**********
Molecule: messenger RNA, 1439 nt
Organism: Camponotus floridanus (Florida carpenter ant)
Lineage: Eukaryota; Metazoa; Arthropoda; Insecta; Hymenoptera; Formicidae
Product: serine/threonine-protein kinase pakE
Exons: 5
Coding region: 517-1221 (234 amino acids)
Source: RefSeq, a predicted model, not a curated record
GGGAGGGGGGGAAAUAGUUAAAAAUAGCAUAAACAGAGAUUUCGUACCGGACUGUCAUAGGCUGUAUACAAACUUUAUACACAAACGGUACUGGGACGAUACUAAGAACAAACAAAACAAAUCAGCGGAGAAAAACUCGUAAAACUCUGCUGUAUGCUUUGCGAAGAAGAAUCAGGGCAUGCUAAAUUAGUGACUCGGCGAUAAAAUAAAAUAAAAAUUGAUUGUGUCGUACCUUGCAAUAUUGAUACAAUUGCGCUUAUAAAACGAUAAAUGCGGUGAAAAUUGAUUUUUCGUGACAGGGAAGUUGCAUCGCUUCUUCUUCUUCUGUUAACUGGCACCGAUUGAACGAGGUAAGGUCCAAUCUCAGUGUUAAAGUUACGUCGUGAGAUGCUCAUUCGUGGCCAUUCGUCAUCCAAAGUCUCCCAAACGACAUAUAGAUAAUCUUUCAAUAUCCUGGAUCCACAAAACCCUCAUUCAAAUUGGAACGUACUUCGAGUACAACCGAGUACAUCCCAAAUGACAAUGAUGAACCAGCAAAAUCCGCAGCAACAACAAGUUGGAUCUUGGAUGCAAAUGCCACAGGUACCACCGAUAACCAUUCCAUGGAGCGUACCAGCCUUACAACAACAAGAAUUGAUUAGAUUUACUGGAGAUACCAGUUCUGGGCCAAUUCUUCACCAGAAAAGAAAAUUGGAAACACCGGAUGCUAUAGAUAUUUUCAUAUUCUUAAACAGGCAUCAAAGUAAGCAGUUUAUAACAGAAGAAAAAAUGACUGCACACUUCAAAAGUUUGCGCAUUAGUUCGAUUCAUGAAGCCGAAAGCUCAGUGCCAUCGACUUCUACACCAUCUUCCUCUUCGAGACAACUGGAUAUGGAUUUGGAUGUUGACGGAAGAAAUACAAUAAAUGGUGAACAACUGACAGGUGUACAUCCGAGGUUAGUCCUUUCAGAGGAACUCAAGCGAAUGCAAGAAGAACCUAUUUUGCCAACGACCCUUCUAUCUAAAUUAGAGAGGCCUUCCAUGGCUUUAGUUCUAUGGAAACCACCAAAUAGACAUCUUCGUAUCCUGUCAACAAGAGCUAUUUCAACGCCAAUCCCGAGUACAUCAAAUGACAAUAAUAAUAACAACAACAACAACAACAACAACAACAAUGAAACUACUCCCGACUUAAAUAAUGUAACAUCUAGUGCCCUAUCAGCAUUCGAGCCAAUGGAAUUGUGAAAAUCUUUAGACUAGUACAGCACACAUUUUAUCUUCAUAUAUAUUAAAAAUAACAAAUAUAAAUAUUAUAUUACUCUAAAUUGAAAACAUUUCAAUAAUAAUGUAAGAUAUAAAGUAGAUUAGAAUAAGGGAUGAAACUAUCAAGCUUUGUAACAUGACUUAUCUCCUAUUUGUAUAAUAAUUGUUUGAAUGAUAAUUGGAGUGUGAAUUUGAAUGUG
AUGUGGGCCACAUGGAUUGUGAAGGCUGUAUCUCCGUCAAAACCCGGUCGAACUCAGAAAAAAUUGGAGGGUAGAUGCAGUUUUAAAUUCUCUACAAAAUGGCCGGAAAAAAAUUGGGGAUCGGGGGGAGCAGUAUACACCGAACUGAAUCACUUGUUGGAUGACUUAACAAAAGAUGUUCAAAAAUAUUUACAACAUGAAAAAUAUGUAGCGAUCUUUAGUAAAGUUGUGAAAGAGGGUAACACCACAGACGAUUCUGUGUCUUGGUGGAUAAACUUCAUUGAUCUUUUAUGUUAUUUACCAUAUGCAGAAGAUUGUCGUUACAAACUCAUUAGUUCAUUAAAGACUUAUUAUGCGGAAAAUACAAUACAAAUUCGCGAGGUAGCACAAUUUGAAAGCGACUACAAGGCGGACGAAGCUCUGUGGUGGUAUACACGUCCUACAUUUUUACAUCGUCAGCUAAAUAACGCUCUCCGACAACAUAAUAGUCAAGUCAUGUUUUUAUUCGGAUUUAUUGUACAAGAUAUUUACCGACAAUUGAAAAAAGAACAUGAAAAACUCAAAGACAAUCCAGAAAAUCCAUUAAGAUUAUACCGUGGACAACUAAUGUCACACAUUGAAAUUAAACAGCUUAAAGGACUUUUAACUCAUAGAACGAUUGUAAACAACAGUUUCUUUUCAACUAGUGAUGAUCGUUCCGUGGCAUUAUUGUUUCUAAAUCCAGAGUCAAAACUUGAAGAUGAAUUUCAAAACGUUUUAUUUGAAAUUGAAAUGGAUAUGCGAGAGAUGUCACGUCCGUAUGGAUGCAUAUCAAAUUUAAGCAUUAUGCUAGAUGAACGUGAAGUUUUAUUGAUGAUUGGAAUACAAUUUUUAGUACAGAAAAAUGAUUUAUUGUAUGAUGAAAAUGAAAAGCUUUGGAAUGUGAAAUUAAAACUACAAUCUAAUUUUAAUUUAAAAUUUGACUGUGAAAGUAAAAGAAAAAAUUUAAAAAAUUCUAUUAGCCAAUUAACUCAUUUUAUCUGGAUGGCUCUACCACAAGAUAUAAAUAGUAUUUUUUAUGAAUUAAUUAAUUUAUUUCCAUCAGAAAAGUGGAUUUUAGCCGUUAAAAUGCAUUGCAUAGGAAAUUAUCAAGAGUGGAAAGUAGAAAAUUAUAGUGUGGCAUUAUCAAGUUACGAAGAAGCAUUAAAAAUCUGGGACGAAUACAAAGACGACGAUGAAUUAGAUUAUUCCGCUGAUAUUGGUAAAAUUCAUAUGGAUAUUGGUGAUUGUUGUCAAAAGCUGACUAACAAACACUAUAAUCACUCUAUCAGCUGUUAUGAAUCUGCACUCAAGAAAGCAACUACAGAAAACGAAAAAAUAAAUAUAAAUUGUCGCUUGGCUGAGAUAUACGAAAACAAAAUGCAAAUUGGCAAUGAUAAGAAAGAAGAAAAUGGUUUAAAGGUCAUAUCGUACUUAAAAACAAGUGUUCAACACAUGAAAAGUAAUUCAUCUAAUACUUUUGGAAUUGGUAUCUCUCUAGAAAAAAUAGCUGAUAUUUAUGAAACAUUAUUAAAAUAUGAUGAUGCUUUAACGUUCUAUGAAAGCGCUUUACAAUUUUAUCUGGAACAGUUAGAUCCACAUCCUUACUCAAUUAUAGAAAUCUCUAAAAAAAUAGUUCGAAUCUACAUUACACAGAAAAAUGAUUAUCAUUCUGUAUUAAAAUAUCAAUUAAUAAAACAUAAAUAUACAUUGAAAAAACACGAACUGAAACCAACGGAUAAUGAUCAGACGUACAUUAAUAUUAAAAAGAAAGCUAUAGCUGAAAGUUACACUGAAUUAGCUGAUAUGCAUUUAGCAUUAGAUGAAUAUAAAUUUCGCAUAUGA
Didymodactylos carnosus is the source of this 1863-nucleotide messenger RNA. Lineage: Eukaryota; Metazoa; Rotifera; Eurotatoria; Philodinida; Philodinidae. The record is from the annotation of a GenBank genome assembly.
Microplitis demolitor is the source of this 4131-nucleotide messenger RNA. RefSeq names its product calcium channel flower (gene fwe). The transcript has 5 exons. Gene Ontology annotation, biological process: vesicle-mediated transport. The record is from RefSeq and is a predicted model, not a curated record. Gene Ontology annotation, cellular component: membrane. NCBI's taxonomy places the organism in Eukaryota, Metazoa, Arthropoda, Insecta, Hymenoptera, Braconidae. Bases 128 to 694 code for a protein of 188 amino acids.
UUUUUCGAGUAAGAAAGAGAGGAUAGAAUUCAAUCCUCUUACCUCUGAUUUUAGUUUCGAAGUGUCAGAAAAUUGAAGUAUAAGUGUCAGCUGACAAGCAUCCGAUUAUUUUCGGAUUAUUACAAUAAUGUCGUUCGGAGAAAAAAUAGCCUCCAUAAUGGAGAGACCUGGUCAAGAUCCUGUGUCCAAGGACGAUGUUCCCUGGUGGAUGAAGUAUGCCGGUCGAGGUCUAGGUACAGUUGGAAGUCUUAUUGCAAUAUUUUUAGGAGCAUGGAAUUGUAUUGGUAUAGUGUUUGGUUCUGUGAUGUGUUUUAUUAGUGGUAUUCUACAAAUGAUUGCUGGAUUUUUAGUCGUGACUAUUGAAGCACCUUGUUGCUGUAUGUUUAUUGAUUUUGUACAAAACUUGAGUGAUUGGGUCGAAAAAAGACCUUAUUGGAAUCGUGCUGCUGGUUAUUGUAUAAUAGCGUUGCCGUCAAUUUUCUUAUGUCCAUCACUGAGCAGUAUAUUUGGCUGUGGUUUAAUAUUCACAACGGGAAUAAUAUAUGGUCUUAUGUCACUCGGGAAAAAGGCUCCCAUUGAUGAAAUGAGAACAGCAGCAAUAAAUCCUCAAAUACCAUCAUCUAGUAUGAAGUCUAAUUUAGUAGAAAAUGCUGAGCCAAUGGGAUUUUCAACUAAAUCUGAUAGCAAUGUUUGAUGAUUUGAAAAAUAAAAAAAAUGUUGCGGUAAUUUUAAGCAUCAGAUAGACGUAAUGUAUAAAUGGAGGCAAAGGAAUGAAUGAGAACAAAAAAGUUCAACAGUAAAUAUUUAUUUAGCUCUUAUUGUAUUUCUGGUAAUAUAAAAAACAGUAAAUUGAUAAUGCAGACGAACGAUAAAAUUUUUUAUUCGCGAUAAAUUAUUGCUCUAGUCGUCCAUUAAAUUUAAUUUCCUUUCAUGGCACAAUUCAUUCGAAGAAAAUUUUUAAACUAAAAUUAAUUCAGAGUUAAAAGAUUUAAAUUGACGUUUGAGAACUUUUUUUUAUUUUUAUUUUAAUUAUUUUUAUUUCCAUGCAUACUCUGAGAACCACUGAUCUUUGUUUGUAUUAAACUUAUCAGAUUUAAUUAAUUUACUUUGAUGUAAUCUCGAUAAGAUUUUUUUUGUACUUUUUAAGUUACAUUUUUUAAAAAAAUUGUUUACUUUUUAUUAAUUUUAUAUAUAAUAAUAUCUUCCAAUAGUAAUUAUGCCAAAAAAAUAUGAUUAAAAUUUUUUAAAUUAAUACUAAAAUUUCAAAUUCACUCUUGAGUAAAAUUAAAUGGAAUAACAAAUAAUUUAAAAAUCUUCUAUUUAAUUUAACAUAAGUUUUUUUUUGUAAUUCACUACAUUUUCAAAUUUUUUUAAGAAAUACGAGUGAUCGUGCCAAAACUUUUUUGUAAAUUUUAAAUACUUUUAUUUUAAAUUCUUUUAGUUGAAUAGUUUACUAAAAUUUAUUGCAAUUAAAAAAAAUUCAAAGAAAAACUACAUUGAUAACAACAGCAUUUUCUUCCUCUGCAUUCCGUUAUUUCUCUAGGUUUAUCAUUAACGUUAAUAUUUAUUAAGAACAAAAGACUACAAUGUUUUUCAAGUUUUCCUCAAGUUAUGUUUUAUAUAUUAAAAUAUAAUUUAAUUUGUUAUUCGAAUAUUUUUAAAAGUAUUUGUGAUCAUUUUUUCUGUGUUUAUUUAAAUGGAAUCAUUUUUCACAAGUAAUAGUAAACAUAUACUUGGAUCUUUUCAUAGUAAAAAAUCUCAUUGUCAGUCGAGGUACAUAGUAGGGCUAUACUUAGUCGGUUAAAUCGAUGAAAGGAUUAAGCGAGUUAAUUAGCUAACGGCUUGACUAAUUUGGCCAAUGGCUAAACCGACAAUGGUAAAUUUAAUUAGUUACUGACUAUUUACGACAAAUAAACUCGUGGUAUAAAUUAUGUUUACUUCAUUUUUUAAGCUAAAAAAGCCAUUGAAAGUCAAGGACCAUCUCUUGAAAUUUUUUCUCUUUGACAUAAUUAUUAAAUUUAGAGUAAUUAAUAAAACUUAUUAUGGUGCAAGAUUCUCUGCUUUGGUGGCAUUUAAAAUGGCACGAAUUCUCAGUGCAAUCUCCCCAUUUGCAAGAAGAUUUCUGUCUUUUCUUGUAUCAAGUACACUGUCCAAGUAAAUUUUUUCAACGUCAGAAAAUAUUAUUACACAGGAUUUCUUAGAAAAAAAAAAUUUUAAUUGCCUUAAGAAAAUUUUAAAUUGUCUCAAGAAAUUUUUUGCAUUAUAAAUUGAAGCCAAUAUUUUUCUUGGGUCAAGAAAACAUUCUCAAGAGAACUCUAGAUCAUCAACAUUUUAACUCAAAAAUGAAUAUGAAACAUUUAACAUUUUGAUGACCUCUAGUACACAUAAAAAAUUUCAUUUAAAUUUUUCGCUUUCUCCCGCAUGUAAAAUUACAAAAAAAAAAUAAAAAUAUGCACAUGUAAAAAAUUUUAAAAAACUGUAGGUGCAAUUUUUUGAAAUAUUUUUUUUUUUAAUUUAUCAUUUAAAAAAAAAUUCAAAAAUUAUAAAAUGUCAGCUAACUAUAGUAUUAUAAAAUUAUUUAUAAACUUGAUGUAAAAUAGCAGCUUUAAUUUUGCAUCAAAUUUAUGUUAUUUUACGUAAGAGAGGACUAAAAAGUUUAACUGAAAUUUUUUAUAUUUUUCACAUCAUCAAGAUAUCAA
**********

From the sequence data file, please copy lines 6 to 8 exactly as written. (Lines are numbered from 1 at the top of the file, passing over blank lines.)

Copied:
Coding region: 517-1221 (234 amino acids)
Source: RefSeq, a predicted model, not a curated record
GGGAGGGGGGGAAAUAGUUAAAAAUAGCAUAAACAGAGAUUUCGUACCGGACUGUCAUAGGCUGUAUACAAACUUUAUACACAAACGGUACUGGGACGAUACUAAGAACAAACAAAACAAAUCAGCGGAGAAAAACUCGUAAAACUCUGCUGUAUGCUUUGCGAAGAAGAAUCAGGGCAUGCUAAAUUAGUGACUCGGCGAUAAAAUAAAAUAAAAAUUGAUUGUGUCGUACCUUGCAAUAUUGAUACAAUUGCGCUUAUAAAACGAUAAAUGCGGUGAAAAUUGAUUUUUCGUGACAGGGAAGUUGCAUCGCUUCUUCUUCUUCUGUUAACUGGCACCGAUUGAACGAGGUAAGGUCCAAUCUCAGUGUUAAAGUUACGUCGUGAGAUGCUCAUUCGUGGCCAUUCGUCAUCCAAAGUCUCCCAAACGACAUAUAGAUAAUCUUUCAAUAUCCUGGAUCCACAAAACCCUCAUUCAAAUUGGAACGUACUUCGAGUACAACCGAGUACAUCCCAAAUGACAAUGAUGAACCAGCAAAAUCCGCAGCAACAACAAGUUGGAUCUUGGAUGCAAAUGCCACAGGUACCACCGAUAACCAUUCCAUGGAGCGUACCAGCCUUACAACAACAAGAAUUGAUUAGAUUUACUGGAGAUACCAGUUCUGGGCCAAUUCUUCACCAGAAAAGAAAAUUGGAAACACCGGAUGCUAUAGAUAUUUUCAUAUUCUUAAACAGGCAUCAAAGUAAGCAGUUUAUAACAGAAGAAAAAAUGACUGCACACUUCAAAAGUUUGCGCAUUAGUUCGAUUCAUGAAGCCGAAAGCUCAGUGCCAUCGACUUCUACACCAUCUUCCUCUUCGAGACAACUGGAUAUGGAUUUGGAUGUUGACGGAAGAAAUACAAUAAAUGGUGAACAACUGACAGGUGUACAUCCGAGGUUAGUCCUUUCAGAGGAACUCAAGCGAAUGCAAGAAGAACCUAUUUUGCCAACGACCCUUCUAUCUAAAUUAGAGAGGCCUUCCAUGGCUUUAGUUCUAUGGAAACCACCAAAUAGACAUCUUCGUAUCCUGUCAACAAGAGCUAUUUCAACGCCAAUCCCGAGUACAUCAAAUGACAAUAAUAAUAACAACAACAACAACAACAACAACAACAAUGAAACUACUCCCGACUUAAAUAAUGUAACAUCUAGUGCCCUAUCAGCAUUCGAGCCAAUGGAAUUGUGAAAAUCUUUAGACUAGUACAGCACACAUUUUAUCUUCAUAUAUAUUAAAAAUAACAAAUAUAAAUAUUAUAUUACUCUAAAUUGAAAACAUUUCAAUAAUAAUGUAAGAUAUAAAGUAGAUUAGAAUAAGGGAUGAAACUAUCAAGCUUUGUAACAUGACUUAUCUCCUAUUUGUAUAAUAAUUGUUUGAAUGAUAAUUGGAGUGUGAAUUUGAAUGUG